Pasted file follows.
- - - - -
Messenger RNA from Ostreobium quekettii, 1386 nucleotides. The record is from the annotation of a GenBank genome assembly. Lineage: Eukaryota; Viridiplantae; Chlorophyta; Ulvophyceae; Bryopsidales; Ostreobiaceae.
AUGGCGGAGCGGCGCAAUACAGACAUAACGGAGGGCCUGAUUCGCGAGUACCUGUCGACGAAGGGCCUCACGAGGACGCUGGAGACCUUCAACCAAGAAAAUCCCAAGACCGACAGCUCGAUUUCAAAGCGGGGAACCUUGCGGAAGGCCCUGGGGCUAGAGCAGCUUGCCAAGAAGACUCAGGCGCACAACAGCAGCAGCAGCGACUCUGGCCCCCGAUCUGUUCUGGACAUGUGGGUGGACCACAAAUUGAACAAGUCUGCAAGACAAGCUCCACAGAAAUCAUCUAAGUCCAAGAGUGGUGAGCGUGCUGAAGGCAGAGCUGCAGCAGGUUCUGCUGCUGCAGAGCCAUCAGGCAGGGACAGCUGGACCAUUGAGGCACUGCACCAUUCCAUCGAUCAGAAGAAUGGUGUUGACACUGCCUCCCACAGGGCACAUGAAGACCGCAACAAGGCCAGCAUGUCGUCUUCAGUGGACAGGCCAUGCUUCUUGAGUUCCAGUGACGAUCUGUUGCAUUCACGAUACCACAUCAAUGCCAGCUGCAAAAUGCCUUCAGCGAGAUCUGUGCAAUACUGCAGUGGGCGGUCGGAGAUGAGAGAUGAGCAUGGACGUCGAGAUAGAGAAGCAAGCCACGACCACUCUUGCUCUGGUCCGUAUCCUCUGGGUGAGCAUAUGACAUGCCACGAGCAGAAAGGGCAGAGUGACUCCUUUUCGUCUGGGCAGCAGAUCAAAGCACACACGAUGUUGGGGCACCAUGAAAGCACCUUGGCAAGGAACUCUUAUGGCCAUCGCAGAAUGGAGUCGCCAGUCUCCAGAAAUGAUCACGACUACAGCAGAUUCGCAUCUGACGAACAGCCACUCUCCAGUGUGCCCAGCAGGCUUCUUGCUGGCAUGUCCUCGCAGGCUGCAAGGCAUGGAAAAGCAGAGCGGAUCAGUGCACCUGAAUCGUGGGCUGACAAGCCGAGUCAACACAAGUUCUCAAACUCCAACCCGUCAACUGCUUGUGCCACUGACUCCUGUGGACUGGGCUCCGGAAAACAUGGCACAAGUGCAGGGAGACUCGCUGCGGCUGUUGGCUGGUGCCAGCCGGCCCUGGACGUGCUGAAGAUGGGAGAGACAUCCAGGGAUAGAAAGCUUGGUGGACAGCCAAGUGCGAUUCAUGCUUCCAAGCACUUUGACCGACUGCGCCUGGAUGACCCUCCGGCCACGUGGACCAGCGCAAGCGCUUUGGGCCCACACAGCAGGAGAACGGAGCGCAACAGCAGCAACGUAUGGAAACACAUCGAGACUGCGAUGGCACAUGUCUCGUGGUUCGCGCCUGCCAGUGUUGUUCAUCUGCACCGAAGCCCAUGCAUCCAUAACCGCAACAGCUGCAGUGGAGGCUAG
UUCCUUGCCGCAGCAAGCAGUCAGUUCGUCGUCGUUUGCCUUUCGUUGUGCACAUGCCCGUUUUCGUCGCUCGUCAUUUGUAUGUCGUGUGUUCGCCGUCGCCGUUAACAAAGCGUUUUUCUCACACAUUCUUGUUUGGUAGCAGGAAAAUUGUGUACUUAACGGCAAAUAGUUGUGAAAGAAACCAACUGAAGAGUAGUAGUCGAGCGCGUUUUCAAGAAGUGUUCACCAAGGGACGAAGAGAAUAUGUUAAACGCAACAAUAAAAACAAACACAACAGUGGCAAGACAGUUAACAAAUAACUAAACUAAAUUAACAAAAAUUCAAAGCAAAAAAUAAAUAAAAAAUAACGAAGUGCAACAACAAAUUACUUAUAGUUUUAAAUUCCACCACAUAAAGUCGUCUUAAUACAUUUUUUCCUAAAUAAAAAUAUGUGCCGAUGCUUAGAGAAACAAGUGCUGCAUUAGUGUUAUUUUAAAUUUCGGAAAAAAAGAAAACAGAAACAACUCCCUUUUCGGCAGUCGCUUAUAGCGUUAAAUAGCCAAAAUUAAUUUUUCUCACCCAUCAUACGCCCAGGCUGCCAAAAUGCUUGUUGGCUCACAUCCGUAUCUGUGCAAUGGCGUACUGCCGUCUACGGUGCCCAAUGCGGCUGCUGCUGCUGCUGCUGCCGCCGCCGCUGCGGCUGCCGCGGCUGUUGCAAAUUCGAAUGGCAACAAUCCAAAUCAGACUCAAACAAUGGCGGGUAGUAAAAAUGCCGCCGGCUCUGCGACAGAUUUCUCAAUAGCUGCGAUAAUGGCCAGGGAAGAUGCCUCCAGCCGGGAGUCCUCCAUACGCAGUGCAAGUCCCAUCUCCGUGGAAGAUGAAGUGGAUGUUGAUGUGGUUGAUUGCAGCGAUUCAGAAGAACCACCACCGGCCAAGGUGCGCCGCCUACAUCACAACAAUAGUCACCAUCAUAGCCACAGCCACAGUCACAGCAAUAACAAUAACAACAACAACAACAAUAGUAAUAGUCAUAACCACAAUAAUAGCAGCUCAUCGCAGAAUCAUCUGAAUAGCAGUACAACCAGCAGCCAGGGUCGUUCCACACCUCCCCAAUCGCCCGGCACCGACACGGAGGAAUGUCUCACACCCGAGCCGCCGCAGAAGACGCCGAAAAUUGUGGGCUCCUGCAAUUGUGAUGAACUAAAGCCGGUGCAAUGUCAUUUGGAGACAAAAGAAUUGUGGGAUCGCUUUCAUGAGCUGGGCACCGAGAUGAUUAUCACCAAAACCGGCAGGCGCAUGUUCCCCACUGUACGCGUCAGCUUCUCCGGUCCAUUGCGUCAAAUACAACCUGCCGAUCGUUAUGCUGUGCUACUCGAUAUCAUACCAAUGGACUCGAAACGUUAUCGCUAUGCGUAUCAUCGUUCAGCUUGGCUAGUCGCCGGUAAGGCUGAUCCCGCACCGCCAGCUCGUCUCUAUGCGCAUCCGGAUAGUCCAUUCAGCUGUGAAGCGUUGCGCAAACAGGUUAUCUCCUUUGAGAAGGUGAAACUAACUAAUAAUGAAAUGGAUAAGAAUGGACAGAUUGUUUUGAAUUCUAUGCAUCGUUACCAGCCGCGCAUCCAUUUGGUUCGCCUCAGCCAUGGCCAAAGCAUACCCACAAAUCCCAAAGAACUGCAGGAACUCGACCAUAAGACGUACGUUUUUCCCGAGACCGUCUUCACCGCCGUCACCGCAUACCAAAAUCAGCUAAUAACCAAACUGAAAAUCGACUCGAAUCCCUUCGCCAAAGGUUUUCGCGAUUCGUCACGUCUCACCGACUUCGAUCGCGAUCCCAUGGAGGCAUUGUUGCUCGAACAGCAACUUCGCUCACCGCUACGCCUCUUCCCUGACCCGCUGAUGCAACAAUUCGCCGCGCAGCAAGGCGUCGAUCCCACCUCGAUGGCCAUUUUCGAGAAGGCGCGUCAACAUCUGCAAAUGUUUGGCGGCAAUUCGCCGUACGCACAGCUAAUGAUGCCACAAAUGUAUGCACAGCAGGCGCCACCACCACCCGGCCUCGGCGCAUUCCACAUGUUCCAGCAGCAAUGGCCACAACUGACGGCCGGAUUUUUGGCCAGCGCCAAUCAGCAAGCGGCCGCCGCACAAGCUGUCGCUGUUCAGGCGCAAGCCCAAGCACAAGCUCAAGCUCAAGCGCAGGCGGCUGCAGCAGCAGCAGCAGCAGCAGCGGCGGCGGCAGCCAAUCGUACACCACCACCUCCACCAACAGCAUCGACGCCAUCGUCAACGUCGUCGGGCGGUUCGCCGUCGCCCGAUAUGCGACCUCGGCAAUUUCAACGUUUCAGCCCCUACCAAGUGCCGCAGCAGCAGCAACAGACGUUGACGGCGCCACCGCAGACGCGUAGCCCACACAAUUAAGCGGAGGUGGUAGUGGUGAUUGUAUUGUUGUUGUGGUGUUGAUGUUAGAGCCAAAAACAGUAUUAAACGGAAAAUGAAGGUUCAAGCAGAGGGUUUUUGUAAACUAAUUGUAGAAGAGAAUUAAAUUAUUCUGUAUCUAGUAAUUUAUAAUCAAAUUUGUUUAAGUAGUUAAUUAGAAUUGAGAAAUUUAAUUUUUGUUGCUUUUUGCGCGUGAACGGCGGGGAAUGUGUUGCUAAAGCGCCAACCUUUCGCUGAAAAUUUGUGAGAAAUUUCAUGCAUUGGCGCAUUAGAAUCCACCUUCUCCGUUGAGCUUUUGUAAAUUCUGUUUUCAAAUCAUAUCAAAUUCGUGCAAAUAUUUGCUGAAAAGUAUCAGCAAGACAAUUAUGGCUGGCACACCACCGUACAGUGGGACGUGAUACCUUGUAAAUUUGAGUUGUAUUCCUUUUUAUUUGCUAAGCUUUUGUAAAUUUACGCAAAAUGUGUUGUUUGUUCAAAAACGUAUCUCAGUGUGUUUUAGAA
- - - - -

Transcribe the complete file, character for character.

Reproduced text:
Messenger RNA from Ostreobium quekettii, 1386 nucleotides. The record is from the annotation of a GenBank genome assembly. Lineage: Eukaryota; Viridiplantae; Chlorophyta; Ulvophyceae; Bryopsidales; Ostreobiaceae.
AUGGCGGAGCGGCGCAAUACAGACAUAACGGAGGGCCUGAUUCGCGAGUACCUGUCGACGAAGGGCCUCACGAGGACGCUGGAGACCUUCAACCAAGAAAAUCCCAAGACCGACAGCUCGAUUUCAAAGCGGGGAACCUUGCGGAAGGCCCUGGGGCUAGAGCAGCUUGCCAAGAAGACUCAGGCGCACAACAGCAGCAGCAGCGACUCUGGCCCCCGAUCUGUUCUGGACAUGUGGGUGGACCACAAAUUGAACAAGUCUGCAAGACAAGCUCCACAGAAAUCAUCUAAGUCCAAGAGUGGUGAGCGUGCUGAAGGCAGAGCUGCAGCAGGUUCUGCUGCUGCAGAGCCAUCAGGCAGGGACAGCUGGACCAUUGAGGCACUGCACCAUUCCAUCGAUCAGAAGAAUGGUGUUGACACUGCCUCCCACAGGGCACAUGAAGACCGCAACAAGGCCAGCAUGUCGUCUUCAGUGGACAGGCCAUGCUUCUUGAGUUCCAGUGACGAUCUGUUGCAUUCACGAUACCACAUCAAUGCCAGCUGCAAAAUGCCUUCAGCGAGAUCUGUGCAAUACUGCAGUGGGCGGUCGGAGAUGAGAGAUGAGCAUGGACGUCGAGAUAGAGAAGCAAGCCACGACCACUCUUGCUCUGGUCCGUAUCCUCUGGGUGAGCAUAUGACAUGCCACGAGCAGAAAGGGCAGAGUGACUCCUUUUCGUCUGGGCAGCAGAUCAAAGCACACACGAUGUUGGGGCACCAUGAAAGCACCUUGGCAAGGAACUCUUAUGGCCAUCGCAGAAUGGAGUCGCCAGUCUCCAGAAAUGAUCACGACUACAGCAGAUUCGCAUCUGACGAACAGCCACUCUCCAGUGUGCCCAGCAGGCUUCUUGCUGGCAUGUCCUCGCAGGCUGCAAGGCAUGGAAAAGCAGAGCGGAUCAGUGCACCUGAAUCGUGGGCUGACAAGCCGAGUCAACACAAGUUCUCAAACUCCAACCCGUCAACUGCUUGUGCCACUGACUCCUGUGGACUGGGCUCCGGAAAACAUGGCACAAGUGCAGGGAGACUCGCUGCGGCUGUUGGCUGGUGCCAGCCGGCCCUGGACGUGCUGAAGAUGGGAGAGACAUCCAGGGAUAGAAAGCUUGGUGGACAGCCAAGUGCGAUUCAUGCUUCCAAGCACUUUGACCGACUGCGCCUGGAUGACCCUCCGGCCACGUGGACCAGCGCAAGCGCUUUGGGCCCACACAGCAGGAGAACGGAGCGCAACAGCAGCAACGUAUGGAAACACAUCGAGACUGCGAUGGCACAUGUCUCGUGGUUCGCGCCUGCCAGUGUUGUUCAUCUGCACCGAAGCCCAUGCAUCCAUAACCGCAACAGCUGCAGUGGAGGCUAG
UUCCUUGCCGCAGCAAGCAGUCAGUUCGUCGUCGUUUGCCUUUCGUUGUGCACAUGCCCGUUUUCGUCGCUCGUCAUUUGUAUGUCGUGUGUUCGCCGUCGCCGUUAACAAAGCGUUUUUCUCACACAUUCUUGUUUGGUAGCAGGAAAAUUGUGUACUUAACGGCAAAUAGUUGUGAAAGAAACCAACUGAAGAGUAGUAGUCGAGCGCGUUUUCAAGAAGUGUUCACCAAGGGACGAAGAGAAUAUGUUAAACGCAACAAUAAAAACAAACACAACAGUGGCAAGACAGUUAACAAAUAACUAAACUAAAUUAACAAAAAUUCAAAGCAAAAAAUAAAUAAAAAAUAACGAAGUGCAACAACAAAUUACUUAUAGUUUUAAAUUCCACCACAUAAAGUCGUCUUAAUACAUUUUUUCCUAAAUAAAAAUAUGUGCCGAUGCUUAGAGAAACAAGUGCUGCAUUAGUGUUAUUUUAAAUUUCGGAAAAAAAGAAAACAGAAACAACUCCCUUUUCGGCAGUCGCUUAUAGCGUUAAAUAGCCAAAAUUAAUUUUUCUCACCCAUCAUACGCCCAGGCUGCCAAAAUGCUUGUUGGCUCACAUCCGUAUCUGUGCAAUGGCGUACUGCCGUCUACGGUGCCCAAUGCGGCUGCUGCUGCUGCUGCUGCCGCCGCCGCUGCGGCUGCCGCGGCUGUUGCAAAUUCGAAUGGCAACAAUCCAAAUCAGACUCAAACAAUGGCGGGUAGUAAAAAUGCCGCCGGCUCUGCGACAGAUUUCUCAAUAGCUGCGAUAAUGGCCAGGGAAGAUGCCUCCAGCCGGGAGUCCUCCAUACGCAGUGCAAGUCCCAUCUCCGUGGAAGAUGAAGUGGAUGUUGAUGUGGUUGAUUGCAGCGAUUCAGAAGAACCACCACCGGCCAAGGUGCGCCGCCUACAUCACAACAAUAGUCACCAUCAUAGCCACAGCCACAGUCACAGCAAUAACAAUAACAACAACAACAACAAUAGUAAUAGUCAUAACCACAAUAAUAGCAGCUCAUCGCAGAAUCAUCUGAAUAGCAGUACAACCAGCAGCCAGGGUCGUUCCACACCUCCCCAAUCGCCCGGCACCGACACGGAGGAAUGUCUCACACCCGAGCCGCCGCAGAAGACGCCGAAAAUUGUGGGCUCCUGCAAUUGUGAUGAACUAAAGCCGGUGCAAUGUCAUUUGGAGACAAAAGAAUUGUGGGAUCGCUUUCAUGAGCUGGGCACCGAGAUGAUUAUCACCAAAACCGGCAGGCGCAUGUUCCCCACUGUACGCGUCAGCUUCUCCGGUCCAUUGCGUCAAAUACAACCUGCCGAUCGUUAUGCUGUGCUACUCGAUAUCAUACCAAUGGACUCGAAACGUUAUCGCUAUGCGUAUCAUCGUUCAGCUUGGCUAGUCGCCGGUAAGGCUGAUCCCGCACCGCCAGCUCGUCUCUAUGCGCAUCCGGAUAGUCCAUUCAGCUGUGAAGCGUUGCGCAAACAGGUUAUCUCCUUUGAGAAGGUGAAACUAACUAAUAAUGAAAUGGAUAAGAAUGGACAGAUUGUUUUGAAUUCUAUGCAUCGUUACCAGCCGCGCAUCCAUUUGGUUCGCCUCAGCCAUGGCCAAAGCAUACCCACAAAUCCCAAAGAACUGCAGGAACUCGACCAUAAGACGUACGUUUUUCCCGAGACCGUCUUCACCGCCGUCACCGCAUACCAAAAUCAGCUAAUAACCAAACUGAAAAUCGACUCGAAUCCCUUCGCCAAAGGUUUUCGCGAUUCGUCACGUCUCACCGACUUCGAUCGCGAUCCCAUGGAGGCAUUGUUGCUCGAACAGCAACUUCGCUCACCGCUACGCCUCUUCCCUGACCCGCUGAUGCAACAAUUCGCCGCGCAGCAAGGCGUCGAUCCCACCUCGAUGGCCAUUUUCGAGAAGGCGCGUCAACAUCUGCAAAUGUUUGGCGGCAAUUCGCCGUACGCACAGCUAAUGAUGCCACAAAUGUAUGCACAGCAGGCGCCACCACCACCCGGCCUCGGCGCAUUCCACAUGUUCCAGCAGCAAUGGCCACAACUGACGGCCGGAUUUUUGGCCAGCGCCAAUCAGCAAGCGGCCGCCGCACAAGCUGUCGCUGUUCAGGCGCAAGCCCAAGCACAAGCUCAAGCUCAAGCGCAGGCGGCUGCAGCAGCAGCAGCAGCAGCAGCGGCGGCGGCAGCCAAUCGUACACCACCACCUCCACCAACAGCAUCGACGCCAUCGUCAACGUCGUCGGGCGGUUCGCCGUCGCCCGAUAUGCGACCUCGGCAAUUUCAACGUUUCAGCCCCUACCAAGUGCCGCAGCAGCAGCAACAGACGUUGACGGCGCCACCGCAGACGCGUAGCCCACACAAUUAAGCGGAGGUGGUAGUGGUGAUUGUAUUGUUGUUGUGGUGUUGAUGUUAGAGCCAAAAACAGUAUUAAACGGAAAAUGAAGGUUCAAGCAGAGGGUUUUUGUAAACUAAUUGUAGAAGAGAAUUAAAUUAUUCUGUAUCUAGUAAUUUAUAAUCAAAUUUGUUUAAGUAGUUAAUUAGAAUUGAGAAAUUUAAUUUUUGUUGCUUUUUGCGCGUGAACGGCGGGGAAUGUGUUGCUAAAGCGCCAACCUUUCGCUGAAAAUUUGUGAGAAAUUUCAUGCAUUGGCGCAUUAGAAUCCACCUUCUCCGUUGAGCUUUUGUAAAUUCUGUUUUCAAAUCAUAUCAAAUUCGUGCAAAUAUUUGCUGAAAAGUAUCAGCAAGACAAUUAUGGCUGGCACACCACCGUACAGUGGGACGUGAUACCUUGUAAAUUUGAGUUGUAUUCCUUUUUAUUUGCUAAGCUUUUGUAAAUUUACGCAAAAUGUGUUGUUUGUUCAAAAACGUAUCUCAGUGUGUUUUAGAA